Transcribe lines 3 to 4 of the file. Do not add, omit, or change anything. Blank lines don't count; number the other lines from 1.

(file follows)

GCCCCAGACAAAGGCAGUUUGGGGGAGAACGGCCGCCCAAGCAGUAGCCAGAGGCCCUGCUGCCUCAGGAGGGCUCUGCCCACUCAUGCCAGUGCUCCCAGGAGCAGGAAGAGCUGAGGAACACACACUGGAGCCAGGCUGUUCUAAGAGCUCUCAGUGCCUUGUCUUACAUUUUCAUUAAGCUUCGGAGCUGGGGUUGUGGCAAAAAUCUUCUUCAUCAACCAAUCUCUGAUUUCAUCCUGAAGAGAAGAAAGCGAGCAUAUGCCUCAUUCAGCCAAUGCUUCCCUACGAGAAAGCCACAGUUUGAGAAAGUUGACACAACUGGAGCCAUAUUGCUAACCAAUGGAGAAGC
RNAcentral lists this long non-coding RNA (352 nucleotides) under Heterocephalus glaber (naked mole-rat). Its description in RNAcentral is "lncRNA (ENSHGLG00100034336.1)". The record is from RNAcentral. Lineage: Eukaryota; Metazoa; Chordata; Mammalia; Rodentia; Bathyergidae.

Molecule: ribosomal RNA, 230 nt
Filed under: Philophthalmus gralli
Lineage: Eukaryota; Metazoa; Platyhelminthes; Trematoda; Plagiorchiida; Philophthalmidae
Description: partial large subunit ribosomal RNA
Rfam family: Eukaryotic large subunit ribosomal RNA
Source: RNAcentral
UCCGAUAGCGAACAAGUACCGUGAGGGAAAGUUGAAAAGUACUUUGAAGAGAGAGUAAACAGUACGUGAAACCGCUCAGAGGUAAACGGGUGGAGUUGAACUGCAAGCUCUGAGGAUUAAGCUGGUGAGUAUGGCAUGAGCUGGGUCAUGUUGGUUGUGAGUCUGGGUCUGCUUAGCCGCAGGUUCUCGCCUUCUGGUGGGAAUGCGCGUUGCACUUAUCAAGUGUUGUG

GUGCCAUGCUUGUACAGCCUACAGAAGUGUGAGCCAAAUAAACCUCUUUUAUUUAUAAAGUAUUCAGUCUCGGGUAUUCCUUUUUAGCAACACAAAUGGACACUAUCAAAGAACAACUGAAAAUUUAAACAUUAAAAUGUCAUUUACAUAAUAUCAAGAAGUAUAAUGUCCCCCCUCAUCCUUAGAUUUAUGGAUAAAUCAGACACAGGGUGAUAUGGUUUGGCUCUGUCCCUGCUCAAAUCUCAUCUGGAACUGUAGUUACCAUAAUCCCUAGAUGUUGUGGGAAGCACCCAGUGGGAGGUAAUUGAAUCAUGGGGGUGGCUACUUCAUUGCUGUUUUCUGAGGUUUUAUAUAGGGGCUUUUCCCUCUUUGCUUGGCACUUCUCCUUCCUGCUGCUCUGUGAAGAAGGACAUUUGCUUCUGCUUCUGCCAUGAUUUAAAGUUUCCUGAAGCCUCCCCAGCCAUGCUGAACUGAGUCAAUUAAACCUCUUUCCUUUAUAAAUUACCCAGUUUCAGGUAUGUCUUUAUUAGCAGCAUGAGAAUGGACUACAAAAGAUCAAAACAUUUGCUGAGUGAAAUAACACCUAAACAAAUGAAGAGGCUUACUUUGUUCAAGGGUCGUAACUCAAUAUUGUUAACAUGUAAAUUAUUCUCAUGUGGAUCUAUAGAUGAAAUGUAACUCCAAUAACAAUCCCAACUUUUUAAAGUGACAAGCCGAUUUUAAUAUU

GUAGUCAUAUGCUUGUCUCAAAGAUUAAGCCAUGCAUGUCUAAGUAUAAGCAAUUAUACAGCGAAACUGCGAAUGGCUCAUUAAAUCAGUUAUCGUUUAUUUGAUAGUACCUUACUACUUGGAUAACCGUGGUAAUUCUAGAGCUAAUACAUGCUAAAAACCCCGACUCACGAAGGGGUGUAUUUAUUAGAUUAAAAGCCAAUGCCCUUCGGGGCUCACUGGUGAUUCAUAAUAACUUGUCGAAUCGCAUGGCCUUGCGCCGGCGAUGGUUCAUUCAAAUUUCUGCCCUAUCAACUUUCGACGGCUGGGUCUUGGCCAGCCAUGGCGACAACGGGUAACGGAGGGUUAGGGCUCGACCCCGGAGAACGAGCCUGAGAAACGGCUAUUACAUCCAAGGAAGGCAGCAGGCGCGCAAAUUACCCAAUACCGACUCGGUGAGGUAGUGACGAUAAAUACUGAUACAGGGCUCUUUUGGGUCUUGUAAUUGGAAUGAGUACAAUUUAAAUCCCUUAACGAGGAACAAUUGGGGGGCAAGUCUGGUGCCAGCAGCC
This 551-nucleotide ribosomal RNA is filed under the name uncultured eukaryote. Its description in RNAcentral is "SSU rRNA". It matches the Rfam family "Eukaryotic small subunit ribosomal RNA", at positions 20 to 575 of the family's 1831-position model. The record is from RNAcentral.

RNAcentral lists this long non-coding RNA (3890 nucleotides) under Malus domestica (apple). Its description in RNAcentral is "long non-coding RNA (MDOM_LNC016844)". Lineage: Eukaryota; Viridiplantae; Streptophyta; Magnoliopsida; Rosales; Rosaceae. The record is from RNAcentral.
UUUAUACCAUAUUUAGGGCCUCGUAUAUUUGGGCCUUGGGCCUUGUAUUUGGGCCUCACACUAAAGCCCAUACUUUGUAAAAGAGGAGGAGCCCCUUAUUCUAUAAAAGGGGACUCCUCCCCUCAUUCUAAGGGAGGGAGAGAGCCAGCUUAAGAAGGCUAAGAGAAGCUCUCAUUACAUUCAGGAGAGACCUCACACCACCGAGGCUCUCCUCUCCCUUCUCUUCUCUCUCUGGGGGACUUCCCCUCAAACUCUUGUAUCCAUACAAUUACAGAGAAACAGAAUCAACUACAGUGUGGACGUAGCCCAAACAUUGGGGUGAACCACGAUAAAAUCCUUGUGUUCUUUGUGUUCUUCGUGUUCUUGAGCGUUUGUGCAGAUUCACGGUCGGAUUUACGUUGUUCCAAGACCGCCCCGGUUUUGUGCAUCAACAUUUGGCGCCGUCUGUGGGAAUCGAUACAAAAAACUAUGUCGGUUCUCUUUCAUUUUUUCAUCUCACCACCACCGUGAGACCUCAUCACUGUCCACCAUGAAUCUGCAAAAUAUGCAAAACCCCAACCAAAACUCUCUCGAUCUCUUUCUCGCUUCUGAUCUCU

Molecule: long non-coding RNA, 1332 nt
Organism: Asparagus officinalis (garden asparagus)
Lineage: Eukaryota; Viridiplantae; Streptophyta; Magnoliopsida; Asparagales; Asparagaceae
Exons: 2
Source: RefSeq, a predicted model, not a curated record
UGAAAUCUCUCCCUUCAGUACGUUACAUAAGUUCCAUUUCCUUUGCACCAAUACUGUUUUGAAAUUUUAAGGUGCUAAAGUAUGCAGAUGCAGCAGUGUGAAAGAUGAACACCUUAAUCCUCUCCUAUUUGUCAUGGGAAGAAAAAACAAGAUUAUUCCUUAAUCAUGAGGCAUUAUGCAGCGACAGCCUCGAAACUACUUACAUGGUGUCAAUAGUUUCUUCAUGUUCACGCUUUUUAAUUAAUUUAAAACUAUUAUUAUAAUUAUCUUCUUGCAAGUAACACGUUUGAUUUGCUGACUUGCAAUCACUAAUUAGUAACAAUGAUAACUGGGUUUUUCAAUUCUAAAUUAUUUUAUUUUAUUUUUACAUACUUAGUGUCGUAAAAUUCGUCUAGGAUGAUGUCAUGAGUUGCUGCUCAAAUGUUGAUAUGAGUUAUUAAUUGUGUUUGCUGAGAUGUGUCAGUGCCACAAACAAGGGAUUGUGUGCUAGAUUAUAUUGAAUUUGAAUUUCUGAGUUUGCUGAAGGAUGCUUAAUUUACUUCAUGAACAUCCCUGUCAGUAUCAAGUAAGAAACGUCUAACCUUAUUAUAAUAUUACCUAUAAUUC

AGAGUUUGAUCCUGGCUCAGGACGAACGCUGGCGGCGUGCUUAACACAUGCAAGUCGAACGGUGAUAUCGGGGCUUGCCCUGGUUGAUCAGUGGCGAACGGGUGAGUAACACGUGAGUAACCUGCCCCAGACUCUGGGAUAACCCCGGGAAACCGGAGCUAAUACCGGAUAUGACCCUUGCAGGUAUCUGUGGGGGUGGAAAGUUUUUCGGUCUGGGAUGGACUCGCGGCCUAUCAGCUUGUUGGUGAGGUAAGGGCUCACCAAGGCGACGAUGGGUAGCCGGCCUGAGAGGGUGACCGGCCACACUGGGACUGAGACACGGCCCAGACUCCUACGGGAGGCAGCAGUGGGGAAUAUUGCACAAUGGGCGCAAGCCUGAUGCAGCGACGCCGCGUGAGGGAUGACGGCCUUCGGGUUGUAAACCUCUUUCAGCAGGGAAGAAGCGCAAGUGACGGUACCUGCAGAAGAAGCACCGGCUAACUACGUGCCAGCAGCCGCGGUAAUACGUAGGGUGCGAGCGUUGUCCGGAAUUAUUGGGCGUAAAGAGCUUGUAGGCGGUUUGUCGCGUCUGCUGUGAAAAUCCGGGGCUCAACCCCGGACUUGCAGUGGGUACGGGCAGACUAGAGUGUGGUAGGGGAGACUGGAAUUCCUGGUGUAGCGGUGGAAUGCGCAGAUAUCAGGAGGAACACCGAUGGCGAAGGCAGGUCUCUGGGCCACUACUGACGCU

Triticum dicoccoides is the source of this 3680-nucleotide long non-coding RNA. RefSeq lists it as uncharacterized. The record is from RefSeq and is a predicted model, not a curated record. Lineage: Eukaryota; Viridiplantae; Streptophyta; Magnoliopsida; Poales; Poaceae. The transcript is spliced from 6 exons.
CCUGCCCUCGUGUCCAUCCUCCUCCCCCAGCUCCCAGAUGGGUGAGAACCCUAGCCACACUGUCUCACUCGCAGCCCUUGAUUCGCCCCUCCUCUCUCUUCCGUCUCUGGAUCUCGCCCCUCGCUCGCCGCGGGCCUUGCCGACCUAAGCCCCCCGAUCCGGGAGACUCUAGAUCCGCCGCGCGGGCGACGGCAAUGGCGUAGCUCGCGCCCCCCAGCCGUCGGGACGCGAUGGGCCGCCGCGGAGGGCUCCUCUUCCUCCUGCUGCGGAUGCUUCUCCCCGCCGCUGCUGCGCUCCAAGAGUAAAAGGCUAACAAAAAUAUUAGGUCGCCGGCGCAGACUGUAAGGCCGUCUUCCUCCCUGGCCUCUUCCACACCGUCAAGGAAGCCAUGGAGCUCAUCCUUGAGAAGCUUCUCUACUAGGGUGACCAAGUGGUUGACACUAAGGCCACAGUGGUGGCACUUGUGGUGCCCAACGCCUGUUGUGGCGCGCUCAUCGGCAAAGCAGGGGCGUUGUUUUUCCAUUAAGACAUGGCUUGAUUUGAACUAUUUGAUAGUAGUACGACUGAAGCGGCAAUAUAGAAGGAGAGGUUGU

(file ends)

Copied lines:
Molecule: ribosomal RNA, 230 nt
Filed under: Philophthalmus gralli